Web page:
Leealaura Leskelä: Speaking in Easy Finnish in linguistically asymmetric communication

When people with intellectual disabilities are asked about their interaction experiences, they often express a desire for spoken Easy Language. Speaking in Easy Language is not, however, easy. For example, professionals who work with people with intellectual disabilities often ask for advice on how to use accessible language with their clients. In accordance with their professional ethics, they want to interact in a way that strengthens equal participation. But in real, everyday conversations, this is sometimes challenging.

In Finland, professionals receive guidelines for spoken Easy Finnish in Interaction (ELI guidelines), which aim to help them speak to people with special linguistic needs. In my doctoral thesis, which was accepted in 2022 at the University of Helsinki, I analysed data from linguistically asymmetric conversations between people with intellectual disabilities and the professionals working with them. The research also aimed to update these guidelines to better meet the needs of these professionals in their daily interactions.

In general, spoken Easy Language is a topic that has not been studied earlier. However, it is currently attracting also international interest. For example, an ongoing Erasmus+ project called SELSI aims to produce guidelines for spoken Easy Language by gathering user experiences of spoken situations in five European countries (Slovenia, Italy, Sweden, Latvia, and Lithuania).

Conversations involving people with intellectual disabilities is also a topic that has not been studied much, but which is awaking interest among Conversation Analysts at the moment (about this valuable pioneering work, see e.g. Antaki et al. 2008; Chin 2022).

Challenges of guidelines for spoken language

The concept of Easy Language is generally widely established in Finland, but mainly concerns written language (Leskelä 2021). Thus, it was first assumed, logically, that the guidelines for written Easy Language could provide a working model for spoken Easy Language equivalents. This assumption was overturned when the work on guidelines for spoken Easy Language started in Finland, for several reasons.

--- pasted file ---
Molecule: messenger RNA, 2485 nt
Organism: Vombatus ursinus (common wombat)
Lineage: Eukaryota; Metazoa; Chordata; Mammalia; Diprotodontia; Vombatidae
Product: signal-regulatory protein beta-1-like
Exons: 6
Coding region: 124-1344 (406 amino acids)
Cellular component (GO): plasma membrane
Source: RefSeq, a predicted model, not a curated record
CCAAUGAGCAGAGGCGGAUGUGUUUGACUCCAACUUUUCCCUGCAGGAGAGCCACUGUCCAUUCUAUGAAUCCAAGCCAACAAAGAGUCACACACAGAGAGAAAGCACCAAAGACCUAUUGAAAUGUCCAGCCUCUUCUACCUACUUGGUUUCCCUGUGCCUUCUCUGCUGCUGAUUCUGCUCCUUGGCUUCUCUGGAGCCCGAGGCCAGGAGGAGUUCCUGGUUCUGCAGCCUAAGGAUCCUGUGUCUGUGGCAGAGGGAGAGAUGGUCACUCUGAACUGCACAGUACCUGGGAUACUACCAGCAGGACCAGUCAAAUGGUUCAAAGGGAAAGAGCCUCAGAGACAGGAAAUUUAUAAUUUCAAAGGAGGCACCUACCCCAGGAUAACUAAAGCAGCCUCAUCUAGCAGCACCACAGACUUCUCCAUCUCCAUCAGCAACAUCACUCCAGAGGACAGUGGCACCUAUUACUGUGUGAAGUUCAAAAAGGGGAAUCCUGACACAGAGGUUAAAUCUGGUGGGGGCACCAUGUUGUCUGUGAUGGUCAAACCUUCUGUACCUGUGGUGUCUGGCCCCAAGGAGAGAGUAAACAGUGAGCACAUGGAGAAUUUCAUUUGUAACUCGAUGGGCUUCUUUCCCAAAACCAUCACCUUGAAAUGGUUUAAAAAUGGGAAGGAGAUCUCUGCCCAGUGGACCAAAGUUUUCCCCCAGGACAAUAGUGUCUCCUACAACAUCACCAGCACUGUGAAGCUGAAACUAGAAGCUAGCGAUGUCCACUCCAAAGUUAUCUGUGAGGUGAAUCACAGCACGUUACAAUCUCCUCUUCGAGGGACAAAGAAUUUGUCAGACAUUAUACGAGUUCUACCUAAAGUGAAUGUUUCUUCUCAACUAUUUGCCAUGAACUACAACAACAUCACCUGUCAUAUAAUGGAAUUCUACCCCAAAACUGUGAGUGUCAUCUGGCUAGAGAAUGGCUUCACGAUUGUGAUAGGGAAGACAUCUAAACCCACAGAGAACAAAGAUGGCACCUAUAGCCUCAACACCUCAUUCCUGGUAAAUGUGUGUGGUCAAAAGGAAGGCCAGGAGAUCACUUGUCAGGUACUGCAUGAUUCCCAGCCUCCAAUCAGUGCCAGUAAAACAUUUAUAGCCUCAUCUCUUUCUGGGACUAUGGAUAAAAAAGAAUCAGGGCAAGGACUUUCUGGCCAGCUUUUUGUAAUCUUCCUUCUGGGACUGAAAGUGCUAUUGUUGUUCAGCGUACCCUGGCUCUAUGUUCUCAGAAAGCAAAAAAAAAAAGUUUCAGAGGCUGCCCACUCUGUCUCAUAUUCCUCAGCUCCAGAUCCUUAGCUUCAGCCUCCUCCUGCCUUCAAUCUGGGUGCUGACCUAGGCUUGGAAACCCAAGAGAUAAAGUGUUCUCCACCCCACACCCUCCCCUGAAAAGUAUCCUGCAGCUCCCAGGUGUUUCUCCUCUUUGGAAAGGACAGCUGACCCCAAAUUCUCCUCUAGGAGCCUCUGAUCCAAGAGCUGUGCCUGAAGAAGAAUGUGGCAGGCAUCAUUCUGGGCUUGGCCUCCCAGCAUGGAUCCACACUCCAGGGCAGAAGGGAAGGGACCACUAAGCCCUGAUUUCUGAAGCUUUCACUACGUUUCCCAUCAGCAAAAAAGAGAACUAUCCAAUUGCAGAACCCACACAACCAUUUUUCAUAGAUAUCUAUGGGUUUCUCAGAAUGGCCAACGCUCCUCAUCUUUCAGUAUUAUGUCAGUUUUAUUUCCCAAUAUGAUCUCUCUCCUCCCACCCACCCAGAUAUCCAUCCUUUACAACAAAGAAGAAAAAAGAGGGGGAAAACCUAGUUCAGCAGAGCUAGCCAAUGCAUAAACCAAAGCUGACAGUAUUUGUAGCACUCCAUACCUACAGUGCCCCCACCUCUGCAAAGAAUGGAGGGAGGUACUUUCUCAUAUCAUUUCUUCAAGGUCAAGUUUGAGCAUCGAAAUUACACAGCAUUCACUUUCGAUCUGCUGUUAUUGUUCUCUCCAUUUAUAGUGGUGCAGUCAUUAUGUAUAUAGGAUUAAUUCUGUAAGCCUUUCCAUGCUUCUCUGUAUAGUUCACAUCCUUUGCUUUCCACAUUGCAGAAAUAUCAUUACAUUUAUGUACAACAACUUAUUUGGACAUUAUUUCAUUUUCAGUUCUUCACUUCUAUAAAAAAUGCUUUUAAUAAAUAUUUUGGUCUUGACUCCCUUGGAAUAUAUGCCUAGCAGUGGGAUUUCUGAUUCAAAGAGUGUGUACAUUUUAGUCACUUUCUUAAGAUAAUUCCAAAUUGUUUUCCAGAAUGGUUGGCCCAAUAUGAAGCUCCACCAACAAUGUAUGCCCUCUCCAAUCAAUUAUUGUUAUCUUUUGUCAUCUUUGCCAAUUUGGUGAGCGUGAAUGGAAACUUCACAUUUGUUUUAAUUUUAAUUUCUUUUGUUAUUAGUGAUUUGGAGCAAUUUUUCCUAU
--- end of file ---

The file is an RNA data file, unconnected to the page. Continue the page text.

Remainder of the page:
First, using language orally is different to using it in texts. Speakers must make their linguistic decisions in fractions of seconds, whereas writers have all the time they need to carefully consider their linguistic choices. As a result, we often speak incorrectly or use language that is too difficult for our co-participant. On the other hand, speakers can receive immediate feedback from their co-participant and instantly simplify their speech.

Second comes the tricky question of who is responsible for the comprehensibility of the language. In written Easy Language, it is the writer who bears this responsibility, but in spoken situations, communication is based on reciprocity. Comprehensibility is created in cooperation, step by step, by responding to the other’s reactions, by offering interpretations, and by fitting one’s own contribution into this overall pattern. Somewhat paradoxically, the speaker who needs linguistic support is also responsible for comprehensibility.

We also have to take into account the consequences of and potential risks that may arise from following interactional guidelines. One obvious risk is that they may desensitise the linguistically more competent speaker to the individual needs and strengths of the co-participant. This may happen if the more competent speaker has not internalised the ultimate purpose of the guidelines but has learned a list of instructions on permitted and non-permitted language by heart.

The guidelines on spoken Easy Language must take all these issues into account. My research, however, has enabled me to conclude that the ELI guidelines have mostly overcome these challenges: most of their 45 recommendations seem to lead to functional, egalitarian interaction between speakers. For example, the recommendations for encouraging co-participants seem to really activate them and lead to more equal participatory opportunities. The recommendations on how to solve understanding troubles by using various repair initiators also appear to be effective, especially when the repair process is prolonged. Moreover, authentic data have shown that the recommendations to use one’s voice clearly and understandably have been successful.